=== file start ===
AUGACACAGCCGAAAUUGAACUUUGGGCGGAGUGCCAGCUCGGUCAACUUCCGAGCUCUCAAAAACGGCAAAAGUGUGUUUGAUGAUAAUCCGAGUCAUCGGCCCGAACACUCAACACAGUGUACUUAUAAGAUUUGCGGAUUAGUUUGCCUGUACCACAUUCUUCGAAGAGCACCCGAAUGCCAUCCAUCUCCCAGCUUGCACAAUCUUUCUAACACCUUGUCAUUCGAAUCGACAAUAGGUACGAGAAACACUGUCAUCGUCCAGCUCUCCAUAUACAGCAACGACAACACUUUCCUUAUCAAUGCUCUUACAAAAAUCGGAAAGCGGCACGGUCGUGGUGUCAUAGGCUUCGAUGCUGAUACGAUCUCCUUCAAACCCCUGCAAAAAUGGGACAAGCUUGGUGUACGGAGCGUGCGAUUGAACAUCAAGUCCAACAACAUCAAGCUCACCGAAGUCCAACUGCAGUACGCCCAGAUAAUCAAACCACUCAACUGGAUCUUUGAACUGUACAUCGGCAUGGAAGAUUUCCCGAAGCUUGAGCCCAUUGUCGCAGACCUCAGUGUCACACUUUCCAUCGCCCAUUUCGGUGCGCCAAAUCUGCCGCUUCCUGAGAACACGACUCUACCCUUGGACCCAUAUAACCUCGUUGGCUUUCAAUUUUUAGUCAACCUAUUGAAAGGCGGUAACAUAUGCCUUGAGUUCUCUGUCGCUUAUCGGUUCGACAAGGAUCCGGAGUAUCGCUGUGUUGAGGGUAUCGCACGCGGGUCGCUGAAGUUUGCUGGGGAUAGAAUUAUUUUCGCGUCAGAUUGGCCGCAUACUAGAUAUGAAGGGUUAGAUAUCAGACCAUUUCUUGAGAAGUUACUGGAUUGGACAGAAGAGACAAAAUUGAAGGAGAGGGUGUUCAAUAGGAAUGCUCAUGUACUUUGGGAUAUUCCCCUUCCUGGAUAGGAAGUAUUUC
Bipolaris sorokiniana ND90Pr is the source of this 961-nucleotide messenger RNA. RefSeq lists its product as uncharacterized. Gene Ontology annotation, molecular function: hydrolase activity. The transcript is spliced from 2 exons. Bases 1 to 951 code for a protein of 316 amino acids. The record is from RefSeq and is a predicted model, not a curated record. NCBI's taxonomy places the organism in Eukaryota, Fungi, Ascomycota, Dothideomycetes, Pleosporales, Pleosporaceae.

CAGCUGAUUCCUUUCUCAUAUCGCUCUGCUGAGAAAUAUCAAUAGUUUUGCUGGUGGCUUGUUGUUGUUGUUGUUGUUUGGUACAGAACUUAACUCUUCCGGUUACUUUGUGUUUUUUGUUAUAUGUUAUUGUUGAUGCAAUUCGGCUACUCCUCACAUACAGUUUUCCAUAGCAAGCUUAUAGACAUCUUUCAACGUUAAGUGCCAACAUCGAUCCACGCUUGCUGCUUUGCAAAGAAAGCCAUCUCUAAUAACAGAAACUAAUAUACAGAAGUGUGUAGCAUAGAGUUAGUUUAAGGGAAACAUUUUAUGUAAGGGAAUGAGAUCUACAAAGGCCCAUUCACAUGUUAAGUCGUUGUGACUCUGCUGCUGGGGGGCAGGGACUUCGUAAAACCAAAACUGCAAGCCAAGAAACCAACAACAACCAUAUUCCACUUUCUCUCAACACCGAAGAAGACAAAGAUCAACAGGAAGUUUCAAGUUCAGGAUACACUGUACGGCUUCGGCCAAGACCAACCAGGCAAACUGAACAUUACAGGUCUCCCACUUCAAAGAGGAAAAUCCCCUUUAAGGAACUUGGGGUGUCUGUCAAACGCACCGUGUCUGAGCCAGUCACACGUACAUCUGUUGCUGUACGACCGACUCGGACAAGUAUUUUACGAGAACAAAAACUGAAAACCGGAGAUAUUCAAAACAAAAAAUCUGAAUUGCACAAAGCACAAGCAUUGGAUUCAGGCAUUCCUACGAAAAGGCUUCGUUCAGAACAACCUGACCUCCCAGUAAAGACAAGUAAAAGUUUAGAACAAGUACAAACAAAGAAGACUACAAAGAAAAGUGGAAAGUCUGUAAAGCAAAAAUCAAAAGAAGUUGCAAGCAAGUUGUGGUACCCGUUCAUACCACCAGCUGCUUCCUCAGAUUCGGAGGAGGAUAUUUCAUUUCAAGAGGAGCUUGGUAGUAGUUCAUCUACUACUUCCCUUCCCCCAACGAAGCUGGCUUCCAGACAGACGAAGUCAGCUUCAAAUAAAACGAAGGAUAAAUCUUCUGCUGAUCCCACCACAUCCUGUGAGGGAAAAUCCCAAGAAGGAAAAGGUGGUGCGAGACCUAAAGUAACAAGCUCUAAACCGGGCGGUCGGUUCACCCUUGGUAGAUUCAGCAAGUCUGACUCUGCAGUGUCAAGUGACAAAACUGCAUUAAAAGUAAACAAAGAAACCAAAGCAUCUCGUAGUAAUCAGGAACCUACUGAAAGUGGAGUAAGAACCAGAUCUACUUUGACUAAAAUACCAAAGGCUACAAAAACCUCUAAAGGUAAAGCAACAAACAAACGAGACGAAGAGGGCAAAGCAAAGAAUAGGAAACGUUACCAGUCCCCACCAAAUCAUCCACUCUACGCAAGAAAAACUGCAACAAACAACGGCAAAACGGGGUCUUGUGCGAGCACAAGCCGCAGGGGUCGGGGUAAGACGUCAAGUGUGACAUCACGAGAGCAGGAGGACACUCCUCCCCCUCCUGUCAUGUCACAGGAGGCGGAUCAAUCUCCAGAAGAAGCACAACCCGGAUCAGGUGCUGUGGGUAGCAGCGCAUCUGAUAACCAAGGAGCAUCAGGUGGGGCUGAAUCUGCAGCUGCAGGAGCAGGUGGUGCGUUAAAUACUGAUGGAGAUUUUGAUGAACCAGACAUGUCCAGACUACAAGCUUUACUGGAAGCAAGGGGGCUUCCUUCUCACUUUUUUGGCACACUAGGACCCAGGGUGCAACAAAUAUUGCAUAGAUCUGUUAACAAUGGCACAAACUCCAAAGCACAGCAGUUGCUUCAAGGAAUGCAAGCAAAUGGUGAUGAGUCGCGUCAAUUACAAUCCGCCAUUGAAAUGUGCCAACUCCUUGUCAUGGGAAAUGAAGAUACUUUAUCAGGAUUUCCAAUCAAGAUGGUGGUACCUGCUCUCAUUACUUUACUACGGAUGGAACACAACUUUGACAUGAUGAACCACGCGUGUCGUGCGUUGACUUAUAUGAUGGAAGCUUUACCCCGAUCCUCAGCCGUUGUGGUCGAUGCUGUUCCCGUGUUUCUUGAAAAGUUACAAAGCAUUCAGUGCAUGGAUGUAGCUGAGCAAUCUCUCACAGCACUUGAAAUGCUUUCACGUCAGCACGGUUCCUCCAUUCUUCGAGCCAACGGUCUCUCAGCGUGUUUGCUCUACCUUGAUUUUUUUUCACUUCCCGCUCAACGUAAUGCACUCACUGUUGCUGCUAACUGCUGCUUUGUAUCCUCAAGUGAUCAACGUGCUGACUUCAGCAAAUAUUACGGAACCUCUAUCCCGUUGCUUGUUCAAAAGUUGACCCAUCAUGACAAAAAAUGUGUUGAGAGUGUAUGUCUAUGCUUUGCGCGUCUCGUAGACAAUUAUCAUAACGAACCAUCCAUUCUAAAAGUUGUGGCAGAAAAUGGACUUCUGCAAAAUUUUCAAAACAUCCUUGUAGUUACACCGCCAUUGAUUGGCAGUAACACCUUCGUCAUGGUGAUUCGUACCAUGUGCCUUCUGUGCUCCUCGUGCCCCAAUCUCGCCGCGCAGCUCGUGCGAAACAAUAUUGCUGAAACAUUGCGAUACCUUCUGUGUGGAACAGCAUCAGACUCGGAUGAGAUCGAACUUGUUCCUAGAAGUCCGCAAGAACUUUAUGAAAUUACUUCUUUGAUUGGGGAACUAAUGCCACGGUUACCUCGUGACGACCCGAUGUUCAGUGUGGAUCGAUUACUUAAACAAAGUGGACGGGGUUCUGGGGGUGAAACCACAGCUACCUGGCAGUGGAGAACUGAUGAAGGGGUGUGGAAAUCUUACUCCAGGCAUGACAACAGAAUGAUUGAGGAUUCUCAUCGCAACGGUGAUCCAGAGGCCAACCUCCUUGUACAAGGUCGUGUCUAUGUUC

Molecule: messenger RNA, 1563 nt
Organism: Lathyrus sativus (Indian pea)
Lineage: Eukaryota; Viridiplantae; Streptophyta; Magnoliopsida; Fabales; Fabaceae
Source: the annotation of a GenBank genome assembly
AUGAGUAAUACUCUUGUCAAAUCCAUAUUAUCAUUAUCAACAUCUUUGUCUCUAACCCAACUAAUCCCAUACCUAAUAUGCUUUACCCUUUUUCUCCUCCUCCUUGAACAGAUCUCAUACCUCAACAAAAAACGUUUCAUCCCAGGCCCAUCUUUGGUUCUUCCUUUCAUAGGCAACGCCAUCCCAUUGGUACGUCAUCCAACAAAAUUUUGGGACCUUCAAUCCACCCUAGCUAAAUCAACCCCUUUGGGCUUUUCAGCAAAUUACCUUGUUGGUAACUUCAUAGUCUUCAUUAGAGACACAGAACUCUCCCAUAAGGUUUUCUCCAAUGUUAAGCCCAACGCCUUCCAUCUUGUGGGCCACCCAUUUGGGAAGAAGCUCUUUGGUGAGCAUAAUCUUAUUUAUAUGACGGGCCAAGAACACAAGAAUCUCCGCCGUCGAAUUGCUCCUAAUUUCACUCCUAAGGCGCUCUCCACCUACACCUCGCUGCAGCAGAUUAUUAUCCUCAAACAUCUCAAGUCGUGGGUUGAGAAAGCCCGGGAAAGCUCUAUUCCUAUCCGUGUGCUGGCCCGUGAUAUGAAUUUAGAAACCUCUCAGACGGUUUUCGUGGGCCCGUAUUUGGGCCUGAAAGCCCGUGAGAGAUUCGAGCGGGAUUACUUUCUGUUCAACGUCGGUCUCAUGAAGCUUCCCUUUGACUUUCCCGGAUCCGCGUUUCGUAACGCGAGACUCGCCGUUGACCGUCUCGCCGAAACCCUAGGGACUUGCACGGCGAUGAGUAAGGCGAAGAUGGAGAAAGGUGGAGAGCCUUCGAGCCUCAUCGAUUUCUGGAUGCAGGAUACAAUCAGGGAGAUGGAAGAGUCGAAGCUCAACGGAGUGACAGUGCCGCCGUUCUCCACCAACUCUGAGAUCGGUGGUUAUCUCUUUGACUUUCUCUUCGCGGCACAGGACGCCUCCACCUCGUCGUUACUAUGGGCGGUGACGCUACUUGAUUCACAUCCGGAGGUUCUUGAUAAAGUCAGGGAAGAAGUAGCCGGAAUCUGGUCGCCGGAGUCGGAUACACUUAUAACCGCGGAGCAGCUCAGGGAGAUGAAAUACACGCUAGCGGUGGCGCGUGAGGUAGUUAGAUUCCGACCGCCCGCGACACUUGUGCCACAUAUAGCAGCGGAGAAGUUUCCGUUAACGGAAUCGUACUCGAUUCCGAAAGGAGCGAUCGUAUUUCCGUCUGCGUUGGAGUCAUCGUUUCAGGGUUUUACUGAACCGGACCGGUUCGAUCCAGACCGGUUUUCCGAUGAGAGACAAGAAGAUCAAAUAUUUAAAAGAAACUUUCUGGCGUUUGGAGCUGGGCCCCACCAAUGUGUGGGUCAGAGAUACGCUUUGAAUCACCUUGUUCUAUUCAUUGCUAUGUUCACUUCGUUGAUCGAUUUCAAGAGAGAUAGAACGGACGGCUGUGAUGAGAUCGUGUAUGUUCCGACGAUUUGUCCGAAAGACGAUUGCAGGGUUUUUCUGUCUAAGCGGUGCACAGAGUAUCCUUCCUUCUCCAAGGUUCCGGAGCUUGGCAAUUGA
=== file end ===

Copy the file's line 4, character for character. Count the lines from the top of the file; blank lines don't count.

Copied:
Molecule: messenger RNA, 1563 nt